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ERP 101 Series: Engineering Revisions and Engineering Change Order (ECO)

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ERP 101 Webinar 3 discussed:
1.Controlling changes made to components and products.
2. The similarities and differences between Revisions and Engineering Change Orders
3.How changes are communicated to the departments and the MRP system planning supplies and demand

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ERP 101 Series: Engineering Revisions and Engineering Change Order (ECO)

  1. 1. ERP 101 Engineering Revisions and Engineering Change Orders (ECO) David Bush Senior Manufacturing Consultant, Rootstock
  2. 2. The ERP 101 Webinar Series Date Topic Aug 2, 2016 An Introduction to ERP for Manufacturing Aug 16, 2016 Engineering – Learn how to create Part Master Records and Bills of Material Aug 30, 2016 Engineering – Learn how Change Orders and/or Revisions ensures that ERP system data is accurate and up-to-date Oct 11, 2016 Shop Floor – Explore how ERP is used to create and maintain Work Centers, Routings and Procedures TBA Shop Floor – See how scheduling the Shop Floor through ERP controls Labor and Machines TBA Procurement – Link your Vendors and Purchased Parts via ERP TBA MRP – Step though an overview of this vital ERP subset TBA Sales – See how you can link your Customers and Products via ERP TBA Manufacturing Accounting – An overview using standard cost TBA Manufacturing Accounting – An overview using weighted cost
  3. 3. Meet Our Speakers David Bush Senior Manufacturing Consultant, Rootstock • 30+ years of manufacturing and MRP/ERP systems experience • Previously at General Microcircuits, Consona Corporation, Relevant Business Systems, Inc
  4. 4. A Recap • In the last episode, we discussed: – Part Numbers • Format • Description • UOM • Source • Type • Using Parts to Create Bills of Material
  5. 5. A Recap • Bills of Material (BOM) – Multiple Levels – Components, Sub Assemblies, Reference Items, Tools and Fixtures – Scrap factors and Set-up Quantities All of this is used by MRP to calculate material needs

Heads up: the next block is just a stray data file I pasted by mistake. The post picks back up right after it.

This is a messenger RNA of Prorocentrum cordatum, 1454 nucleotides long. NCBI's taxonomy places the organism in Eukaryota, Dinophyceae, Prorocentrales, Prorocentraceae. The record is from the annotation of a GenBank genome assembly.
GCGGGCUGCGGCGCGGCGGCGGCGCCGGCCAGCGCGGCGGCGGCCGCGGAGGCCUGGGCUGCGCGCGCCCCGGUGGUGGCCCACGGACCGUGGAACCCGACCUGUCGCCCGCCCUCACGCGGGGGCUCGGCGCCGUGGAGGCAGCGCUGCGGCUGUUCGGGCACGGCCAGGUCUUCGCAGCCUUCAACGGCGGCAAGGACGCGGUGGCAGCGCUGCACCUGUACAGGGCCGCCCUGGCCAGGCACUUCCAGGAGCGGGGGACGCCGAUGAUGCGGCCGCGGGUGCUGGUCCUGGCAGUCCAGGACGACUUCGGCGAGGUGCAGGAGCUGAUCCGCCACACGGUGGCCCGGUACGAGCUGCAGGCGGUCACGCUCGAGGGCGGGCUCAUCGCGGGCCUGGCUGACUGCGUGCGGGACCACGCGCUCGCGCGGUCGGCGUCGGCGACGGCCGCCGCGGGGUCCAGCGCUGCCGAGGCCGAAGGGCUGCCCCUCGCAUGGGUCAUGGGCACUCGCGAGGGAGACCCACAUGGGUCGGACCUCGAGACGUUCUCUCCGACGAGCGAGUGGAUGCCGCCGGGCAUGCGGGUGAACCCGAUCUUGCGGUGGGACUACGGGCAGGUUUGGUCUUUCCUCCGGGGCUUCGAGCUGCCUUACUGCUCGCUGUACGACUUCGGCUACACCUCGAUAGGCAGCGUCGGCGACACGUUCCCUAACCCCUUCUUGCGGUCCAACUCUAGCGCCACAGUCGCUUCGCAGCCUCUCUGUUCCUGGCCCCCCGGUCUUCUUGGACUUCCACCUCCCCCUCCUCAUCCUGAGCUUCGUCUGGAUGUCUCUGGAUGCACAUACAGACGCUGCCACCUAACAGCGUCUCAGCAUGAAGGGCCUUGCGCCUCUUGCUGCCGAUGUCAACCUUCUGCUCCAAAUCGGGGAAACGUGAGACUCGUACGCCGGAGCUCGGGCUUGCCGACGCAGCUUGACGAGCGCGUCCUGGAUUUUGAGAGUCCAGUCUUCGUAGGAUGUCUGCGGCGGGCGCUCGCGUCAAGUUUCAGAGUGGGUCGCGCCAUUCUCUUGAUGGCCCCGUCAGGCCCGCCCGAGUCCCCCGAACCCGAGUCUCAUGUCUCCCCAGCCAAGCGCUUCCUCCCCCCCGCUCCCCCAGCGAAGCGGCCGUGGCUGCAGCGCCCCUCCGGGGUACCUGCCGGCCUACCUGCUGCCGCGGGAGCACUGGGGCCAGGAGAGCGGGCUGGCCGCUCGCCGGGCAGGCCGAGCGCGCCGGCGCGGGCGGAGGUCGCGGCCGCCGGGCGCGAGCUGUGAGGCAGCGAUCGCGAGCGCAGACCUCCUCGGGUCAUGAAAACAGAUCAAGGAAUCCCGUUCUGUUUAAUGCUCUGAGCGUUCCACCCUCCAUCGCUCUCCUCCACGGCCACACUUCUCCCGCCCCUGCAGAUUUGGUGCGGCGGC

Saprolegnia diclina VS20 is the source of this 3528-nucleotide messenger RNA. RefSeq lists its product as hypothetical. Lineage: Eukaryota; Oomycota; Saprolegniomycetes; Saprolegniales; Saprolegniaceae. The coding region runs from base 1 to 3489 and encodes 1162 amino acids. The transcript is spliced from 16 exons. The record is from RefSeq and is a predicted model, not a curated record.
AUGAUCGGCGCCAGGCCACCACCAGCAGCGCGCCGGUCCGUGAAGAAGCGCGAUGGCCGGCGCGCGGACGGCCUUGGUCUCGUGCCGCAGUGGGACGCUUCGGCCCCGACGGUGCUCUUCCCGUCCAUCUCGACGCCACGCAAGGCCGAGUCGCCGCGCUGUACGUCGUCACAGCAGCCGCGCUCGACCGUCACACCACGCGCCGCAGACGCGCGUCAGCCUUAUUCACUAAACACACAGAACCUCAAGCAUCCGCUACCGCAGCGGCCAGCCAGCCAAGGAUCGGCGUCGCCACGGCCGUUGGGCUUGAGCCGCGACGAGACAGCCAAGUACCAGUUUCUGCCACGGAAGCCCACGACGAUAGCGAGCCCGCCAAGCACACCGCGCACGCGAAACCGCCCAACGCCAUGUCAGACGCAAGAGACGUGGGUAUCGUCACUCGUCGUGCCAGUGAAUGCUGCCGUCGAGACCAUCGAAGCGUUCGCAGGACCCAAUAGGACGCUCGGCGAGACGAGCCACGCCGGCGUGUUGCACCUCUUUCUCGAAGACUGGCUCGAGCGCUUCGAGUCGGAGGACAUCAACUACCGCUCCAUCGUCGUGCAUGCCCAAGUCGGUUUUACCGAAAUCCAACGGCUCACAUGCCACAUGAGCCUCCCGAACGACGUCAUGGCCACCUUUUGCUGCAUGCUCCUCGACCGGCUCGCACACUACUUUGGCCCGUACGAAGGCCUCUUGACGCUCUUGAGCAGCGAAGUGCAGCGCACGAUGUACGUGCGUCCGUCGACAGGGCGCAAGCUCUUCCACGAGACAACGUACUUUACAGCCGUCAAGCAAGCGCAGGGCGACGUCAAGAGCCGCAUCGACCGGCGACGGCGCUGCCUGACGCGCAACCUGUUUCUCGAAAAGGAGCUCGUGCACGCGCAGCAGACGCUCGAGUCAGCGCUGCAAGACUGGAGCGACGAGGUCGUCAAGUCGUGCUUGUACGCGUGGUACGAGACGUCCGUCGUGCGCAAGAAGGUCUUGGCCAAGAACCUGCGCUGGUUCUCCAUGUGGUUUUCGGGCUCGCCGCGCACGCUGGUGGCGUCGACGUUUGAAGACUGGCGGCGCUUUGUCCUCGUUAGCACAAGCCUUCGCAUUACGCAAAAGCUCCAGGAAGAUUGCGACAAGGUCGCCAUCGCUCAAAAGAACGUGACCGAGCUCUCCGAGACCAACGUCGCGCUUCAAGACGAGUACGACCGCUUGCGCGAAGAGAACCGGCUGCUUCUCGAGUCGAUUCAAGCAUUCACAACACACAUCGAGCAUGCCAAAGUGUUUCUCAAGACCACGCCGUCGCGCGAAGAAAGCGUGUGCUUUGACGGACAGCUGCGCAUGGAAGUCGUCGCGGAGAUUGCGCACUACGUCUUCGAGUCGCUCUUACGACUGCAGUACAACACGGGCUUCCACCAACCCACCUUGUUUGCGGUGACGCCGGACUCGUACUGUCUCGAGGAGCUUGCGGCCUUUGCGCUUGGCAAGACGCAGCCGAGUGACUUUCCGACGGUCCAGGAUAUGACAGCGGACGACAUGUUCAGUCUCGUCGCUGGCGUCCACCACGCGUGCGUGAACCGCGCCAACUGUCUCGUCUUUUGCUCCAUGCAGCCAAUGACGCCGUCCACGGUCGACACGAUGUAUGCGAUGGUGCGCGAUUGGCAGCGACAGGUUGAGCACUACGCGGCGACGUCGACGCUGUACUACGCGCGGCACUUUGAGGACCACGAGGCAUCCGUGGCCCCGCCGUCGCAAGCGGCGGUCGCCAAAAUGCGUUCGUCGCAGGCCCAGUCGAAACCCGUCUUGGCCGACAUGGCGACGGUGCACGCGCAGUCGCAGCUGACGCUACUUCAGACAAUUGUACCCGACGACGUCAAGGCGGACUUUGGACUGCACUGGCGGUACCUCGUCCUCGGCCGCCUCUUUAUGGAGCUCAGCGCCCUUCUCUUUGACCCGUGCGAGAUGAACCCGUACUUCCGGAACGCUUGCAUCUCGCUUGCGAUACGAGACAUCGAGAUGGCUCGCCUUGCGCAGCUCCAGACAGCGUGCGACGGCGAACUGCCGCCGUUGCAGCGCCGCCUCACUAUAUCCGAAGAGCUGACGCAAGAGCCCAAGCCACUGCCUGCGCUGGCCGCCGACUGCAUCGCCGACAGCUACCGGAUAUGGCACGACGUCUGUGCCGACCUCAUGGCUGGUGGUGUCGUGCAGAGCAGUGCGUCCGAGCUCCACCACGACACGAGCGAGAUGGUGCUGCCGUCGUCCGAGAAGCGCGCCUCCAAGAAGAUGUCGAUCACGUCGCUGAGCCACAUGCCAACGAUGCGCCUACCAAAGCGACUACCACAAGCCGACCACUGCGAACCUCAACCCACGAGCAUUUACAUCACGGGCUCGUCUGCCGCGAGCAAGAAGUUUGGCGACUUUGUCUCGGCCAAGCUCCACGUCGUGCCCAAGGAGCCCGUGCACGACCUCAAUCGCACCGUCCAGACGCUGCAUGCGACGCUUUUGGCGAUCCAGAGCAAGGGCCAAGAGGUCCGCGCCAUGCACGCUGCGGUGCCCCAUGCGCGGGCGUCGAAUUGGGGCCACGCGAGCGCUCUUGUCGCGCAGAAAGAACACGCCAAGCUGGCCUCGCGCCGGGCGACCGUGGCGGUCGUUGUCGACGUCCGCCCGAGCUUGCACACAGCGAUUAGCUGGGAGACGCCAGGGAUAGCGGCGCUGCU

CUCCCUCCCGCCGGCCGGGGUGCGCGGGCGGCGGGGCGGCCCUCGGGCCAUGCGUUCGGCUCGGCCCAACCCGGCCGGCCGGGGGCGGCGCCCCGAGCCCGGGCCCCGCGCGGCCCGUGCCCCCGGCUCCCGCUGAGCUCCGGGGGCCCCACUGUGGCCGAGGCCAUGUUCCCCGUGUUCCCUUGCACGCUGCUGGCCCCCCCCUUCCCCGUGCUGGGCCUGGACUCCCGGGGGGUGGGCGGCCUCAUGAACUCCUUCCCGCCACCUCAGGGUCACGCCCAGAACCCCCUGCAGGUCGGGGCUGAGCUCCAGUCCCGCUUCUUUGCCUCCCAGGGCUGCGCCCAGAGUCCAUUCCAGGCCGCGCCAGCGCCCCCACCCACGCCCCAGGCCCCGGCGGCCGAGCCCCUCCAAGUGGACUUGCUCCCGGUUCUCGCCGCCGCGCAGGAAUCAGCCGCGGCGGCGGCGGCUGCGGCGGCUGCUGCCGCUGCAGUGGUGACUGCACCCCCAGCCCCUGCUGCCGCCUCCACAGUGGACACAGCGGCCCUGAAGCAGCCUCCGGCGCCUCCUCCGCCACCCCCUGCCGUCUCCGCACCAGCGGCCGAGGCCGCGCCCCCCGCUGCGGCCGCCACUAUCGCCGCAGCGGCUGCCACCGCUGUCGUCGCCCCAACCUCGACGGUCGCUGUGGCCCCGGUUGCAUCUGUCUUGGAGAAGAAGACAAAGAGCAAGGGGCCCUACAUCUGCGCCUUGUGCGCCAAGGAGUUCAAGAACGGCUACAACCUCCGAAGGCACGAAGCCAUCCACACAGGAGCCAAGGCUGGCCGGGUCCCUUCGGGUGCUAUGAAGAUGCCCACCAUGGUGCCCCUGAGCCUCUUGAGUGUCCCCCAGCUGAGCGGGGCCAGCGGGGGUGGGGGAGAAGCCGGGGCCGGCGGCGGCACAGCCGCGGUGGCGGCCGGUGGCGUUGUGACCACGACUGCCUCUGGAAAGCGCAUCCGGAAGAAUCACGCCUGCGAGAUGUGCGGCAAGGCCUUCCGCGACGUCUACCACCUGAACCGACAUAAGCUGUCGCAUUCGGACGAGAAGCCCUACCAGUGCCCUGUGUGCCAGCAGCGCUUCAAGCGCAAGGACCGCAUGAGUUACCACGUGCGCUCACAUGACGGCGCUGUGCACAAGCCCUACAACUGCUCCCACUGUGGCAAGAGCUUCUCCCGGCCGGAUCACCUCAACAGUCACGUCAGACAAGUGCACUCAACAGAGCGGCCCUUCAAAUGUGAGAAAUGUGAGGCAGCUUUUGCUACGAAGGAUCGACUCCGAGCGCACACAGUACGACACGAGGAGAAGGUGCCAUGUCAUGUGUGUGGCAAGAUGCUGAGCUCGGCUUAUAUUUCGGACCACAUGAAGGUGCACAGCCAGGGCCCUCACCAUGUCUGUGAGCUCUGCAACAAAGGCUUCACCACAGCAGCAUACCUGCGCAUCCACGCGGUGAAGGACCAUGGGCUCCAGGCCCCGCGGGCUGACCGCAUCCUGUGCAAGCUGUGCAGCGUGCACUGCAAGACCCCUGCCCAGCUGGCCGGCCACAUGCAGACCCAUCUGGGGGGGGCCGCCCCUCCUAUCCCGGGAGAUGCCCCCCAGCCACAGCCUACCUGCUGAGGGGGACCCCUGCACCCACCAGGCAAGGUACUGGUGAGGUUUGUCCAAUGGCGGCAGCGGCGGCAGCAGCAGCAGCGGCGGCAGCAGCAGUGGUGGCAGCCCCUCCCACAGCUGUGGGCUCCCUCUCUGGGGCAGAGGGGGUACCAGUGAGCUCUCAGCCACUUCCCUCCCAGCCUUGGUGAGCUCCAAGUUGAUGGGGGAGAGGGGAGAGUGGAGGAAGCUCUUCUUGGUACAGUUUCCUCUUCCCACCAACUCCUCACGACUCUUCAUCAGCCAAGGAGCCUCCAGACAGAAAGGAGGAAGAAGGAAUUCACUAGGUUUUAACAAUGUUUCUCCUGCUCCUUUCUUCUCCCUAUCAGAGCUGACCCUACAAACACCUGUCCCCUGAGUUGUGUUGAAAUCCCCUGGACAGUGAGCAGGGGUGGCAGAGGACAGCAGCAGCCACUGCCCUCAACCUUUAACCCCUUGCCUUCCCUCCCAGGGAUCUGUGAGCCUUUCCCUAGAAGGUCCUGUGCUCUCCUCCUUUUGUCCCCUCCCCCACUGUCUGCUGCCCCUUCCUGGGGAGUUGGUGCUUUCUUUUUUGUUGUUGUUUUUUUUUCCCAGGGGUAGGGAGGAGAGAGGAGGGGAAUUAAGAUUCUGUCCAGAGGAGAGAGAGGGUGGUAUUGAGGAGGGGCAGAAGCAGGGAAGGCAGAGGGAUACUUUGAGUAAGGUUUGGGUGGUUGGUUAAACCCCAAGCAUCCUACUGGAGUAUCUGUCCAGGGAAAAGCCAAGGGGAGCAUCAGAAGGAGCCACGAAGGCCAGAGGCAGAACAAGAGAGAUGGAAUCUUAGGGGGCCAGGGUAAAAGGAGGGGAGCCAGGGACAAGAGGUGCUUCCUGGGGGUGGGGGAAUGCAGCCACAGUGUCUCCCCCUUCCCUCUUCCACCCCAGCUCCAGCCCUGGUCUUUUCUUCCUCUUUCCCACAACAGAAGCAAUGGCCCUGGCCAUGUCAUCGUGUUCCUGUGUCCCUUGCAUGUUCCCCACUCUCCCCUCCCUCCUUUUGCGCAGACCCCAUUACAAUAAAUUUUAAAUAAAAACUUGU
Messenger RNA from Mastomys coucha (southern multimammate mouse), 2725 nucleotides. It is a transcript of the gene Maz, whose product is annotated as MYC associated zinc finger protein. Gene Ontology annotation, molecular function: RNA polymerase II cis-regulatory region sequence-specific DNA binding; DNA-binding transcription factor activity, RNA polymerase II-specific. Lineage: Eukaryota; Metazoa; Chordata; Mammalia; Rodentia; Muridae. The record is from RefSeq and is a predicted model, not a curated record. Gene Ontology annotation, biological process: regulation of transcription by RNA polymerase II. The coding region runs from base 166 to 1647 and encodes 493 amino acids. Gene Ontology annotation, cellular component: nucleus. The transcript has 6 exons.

6. 6. In This Episode • What additional considerations could affect material planning? – We have our part numbers, and we’ve put them together in a bom. • We’ve identified the quantity required to build the next higher assembly. • We’ve adjusted that quantity by various factors. – What happens when change occurs? • New styles offered • Safety features added • Parts no longer available How do we control changes that affect MRP?
  7. 7. Handling Change that Affects MRP • Revisions • Engineering Change Orders
  8. 8. What Is an Engineering Revision? • An alpha-numeric code that identifies a specific change or adjustment to a part. F/E, Rev 0, Rev A, Rev A1, etc. • A documented change to a part, subassembly or final assembly – May be minor or significant but does not affect form, fit or function (revised parts are interchangeable) – May be prompted by sales, engineering design or availability from vendor. – Formal method required by company to control the change and it’s possible effects
  9. 9. What Does an Engineering Revision Control? • Revisions typically include Pending, Released and Implemented statuses. • How is each Revision used? • Department sign-offs typically done outside of the system under Revision control. • System only recognizes Implemented Status, so – Why use Pending and Released status at all? – What benefits come from controlling these statuses? – Revision Status tells MRP what to plan. – Revisions may happen at any level of a bom from purchased parts to finished goods.